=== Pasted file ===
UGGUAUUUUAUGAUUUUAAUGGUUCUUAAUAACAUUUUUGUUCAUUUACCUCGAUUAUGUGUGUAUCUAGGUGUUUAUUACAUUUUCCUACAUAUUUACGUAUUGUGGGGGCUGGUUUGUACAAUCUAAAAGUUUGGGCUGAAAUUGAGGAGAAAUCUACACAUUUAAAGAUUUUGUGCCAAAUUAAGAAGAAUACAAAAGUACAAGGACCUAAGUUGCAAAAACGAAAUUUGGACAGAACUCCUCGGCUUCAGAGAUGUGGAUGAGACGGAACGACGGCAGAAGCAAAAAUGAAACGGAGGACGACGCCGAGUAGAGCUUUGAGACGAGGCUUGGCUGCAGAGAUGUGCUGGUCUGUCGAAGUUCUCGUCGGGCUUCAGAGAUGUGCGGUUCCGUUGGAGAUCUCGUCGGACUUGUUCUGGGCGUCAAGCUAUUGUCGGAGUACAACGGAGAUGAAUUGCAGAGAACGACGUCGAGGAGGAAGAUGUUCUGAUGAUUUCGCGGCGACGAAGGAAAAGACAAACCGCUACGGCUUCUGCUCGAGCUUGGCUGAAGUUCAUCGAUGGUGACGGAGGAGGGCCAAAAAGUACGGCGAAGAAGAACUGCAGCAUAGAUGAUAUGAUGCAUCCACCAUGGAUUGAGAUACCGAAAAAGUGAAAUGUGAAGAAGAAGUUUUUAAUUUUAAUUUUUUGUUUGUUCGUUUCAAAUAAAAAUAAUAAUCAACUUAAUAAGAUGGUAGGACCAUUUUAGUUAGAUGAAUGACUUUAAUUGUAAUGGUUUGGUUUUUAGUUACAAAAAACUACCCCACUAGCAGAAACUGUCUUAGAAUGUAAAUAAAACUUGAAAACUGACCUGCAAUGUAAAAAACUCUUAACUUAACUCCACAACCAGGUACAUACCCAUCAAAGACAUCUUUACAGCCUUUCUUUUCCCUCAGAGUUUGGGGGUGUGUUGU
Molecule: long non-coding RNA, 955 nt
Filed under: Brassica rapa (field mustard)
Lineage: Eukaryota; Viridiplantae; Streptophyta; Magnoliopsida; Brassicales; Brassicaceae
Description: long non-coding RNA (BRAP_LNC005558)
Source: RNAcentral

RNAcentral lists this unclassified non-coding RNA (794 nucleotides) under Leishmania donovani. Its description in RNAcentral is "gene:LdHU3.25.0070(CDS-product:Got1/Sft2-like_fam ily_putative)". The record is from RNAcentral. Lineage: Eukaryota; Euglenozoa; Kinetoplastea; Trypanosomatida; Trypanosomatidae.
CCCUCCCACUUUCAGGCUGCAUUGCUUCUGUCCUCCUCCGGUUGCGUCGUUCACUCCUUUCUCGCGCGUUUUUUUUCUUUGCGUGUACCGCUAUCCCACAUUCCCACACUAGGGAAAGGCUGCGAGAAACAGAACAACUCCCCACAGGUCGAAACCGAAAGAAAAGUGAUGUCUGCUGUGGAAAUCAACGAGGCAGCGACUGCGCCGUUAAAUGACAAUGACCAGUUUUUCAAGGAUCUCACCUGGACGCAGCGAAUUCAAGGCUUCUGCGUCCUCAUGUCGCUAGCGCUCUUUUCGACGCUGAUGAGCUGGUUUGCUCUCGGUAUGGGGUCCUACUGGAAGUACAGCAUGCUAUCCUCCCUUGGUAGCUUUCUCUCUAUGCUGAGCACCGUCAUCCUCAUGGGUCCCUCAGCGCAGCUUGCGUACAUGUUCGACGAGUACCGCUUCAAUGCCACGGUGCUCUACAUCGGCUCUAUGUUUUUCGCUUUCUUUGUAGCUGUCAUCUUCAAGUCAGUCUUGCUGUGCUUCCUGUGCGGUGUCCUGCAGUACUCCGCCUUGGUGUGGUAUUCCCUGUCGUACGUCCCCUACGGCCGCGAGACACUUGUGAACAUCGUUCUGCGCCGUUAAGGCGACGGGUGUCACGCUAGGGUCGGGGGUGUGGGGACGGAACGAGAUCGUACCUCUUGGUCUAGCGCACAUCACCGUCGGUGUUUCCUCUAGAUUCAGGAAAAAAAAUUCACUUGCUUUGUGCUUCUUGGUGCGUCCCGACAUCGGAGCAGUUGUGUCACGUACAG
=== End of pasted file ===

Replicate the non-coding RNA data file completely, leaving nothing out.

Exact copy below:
UGGUAUUUUAUGAUUUUAAUGGUUCUUAAUAACAUUUUUGUUCAUUUACCUCGAUUAUGUGUGUAUCUAGGUGUUUAUUACAUUUUCCUACAUAUUUACGUAUUGUGGGGGCUGGUUUGUACAAUCUAAAAGUUUGGGCUGAAAUUGAGGAGAAAUCUACACAUUUAAAGAUUUUGUGCCAAAUUAAGAAGAAUACAAAAGUACAAGGACCUAAGUUGCAAAAACGAAAUUUGGACAGAACUCCUCGGCUUCAGAGAUGUGGAUGAGACGGAACGACGGCAGAAGCAAAAAUGAAACGGAGGACGACGCCGAGUAGAGCUUUGAGACGAGGCUUGGCUGCAGAGAUGUGCUGGUCUGUCGAAGUUCUCGUCGGGCUUCAGAGAUGUGCGGUUCCGUUGGAGAUCUCGUCGGACUUGUUCUGGGCGUCAAGCUAUUGUCGGAGUACAACGGAGAUGAAUUGCAGAGAACGACGUCGAGGAGGAAGAUGUUCUGAUGAUUUCGCGGCGACGAAGGAAAAGACAAACCGCUACGGCUUCUGCUCGAGCUUGGCUGAAGUUCAUCGAUGGUGACGGAGGAGGGCCAAAAAGUACGGCGAAGAAGAACUGCAGCAUAGAUGAUAUGAUGCAUCCACCAUGGAUUGAGAUACCGAAAAAGUGAAAUGUGAAGAAGAAGUUUUUAAUUUUAAUUUUUUGUUUGUUCGUUUCAAAUAAAAAUAAUAAUCAACUUAAUAAGAUGGUAGGACCAUUUUAGUUAGAUGAAUGACUUUAAUUGUAAUGGUUUGGUUUUUAGUUACAAAAAACUACCCCACUAGCAGAAACUGUCUUAGAAUGUAAAUAAAACUUGAAAACUGACCUGCAAUGUAAAAAACUCUUAACUUAACUCCACAACCAGGUACAUACCCAUCAAAGACAUCUUUACAGCCUUUCUUUUCCCUCAGAGUUUGGGGGUGUGUUGU
Molecule: long non-coding RNA, 955 nt
Filed under: Brassica rapa (field mustard)
Lineage: Eukaryota; Viridiplantae; Streptophyta; Magnoliopsida; Brassicales; Brassicaceae
Description: long non-coding RNA (BRAP_LNC005558)
Source: RNAcentral

RNAcentral lists this unclassified non-coding RNA (794 nucleotides) under Leishmania donovani. Its description in RNAcentral is "gene:LdHU3.25.0070(CDS-product:Got1/Sft2-like_fam ily_putative)". The record is from RNAcentral. Lineage: Eukaryota; Euglenozoa; Kinetoplastea; Trypanosomatida; Trypanosomatidae.
CCCUCCCACUUUCAGGCUGCAUUGCUUCUGUCCUCCUCCGGUUGCGUCGUUCACUCCUUUCUCGCGCGUUUUUUUUCUUUGCGUGUACCGCUAUCCCACAUUCCCACACUAGGGAAAGGCUGCGAGAAACAGAACAACUCCCCACAGGUCGAAACCGAAAGAAAAGUGAUGUCUGCUGUGGAAAUCAACGAGGCAGCGACUGCGCCGUUAAAUGACAAUGACCAGUUUUUCAAGGAUCUCACCUGGACGCAGCGAAUUCAAGGCUUCUGCGUCCUCAUGUCGCUAGCGCUCUUUUCGACGCUGAUGAGCUGGUUUGCUCUCGGUAUGGGGUCCUACUGGAAGUACAGCAUGCUAUCCUCCCUUGGUAGCUUUCUCUCUAUGCUGAGCACCGUCAUCCUCAUGGGUCCCUCAGCGCAGCUUGCGUACAUGUUCGACGAGUACCGCUUCAAUGCCACGGUGCUCUACAUCGGCUCUAUGUUUUUCGCUUUCUUUGUAGCUGUCAUCUUCAAGUCAGUCUUGCUGUGCUUCCUGUGCGGUGUCCUGCAGUACUCCGCCUUGGUGUGGUAUUCCCUGUCGUACGUCCCCUACGGCCGCGAGACACUUGUGAACAUCGUUCUGCGCCGUUAAGGCGACGGGUGUCACGCUAGGGUCGGGGGUGUGGGGACGGAACGAGAUCGUACCUCUUGGUCUAGCGCACAUCACCGUCGGUGUUUCCUCUAGAUUCAGGAAAAAAAAUUCACUUGCUUUGUGCUUCUUGGUGCGUCCCGACAUCGGAGCAGUUGUGUCACGUACAG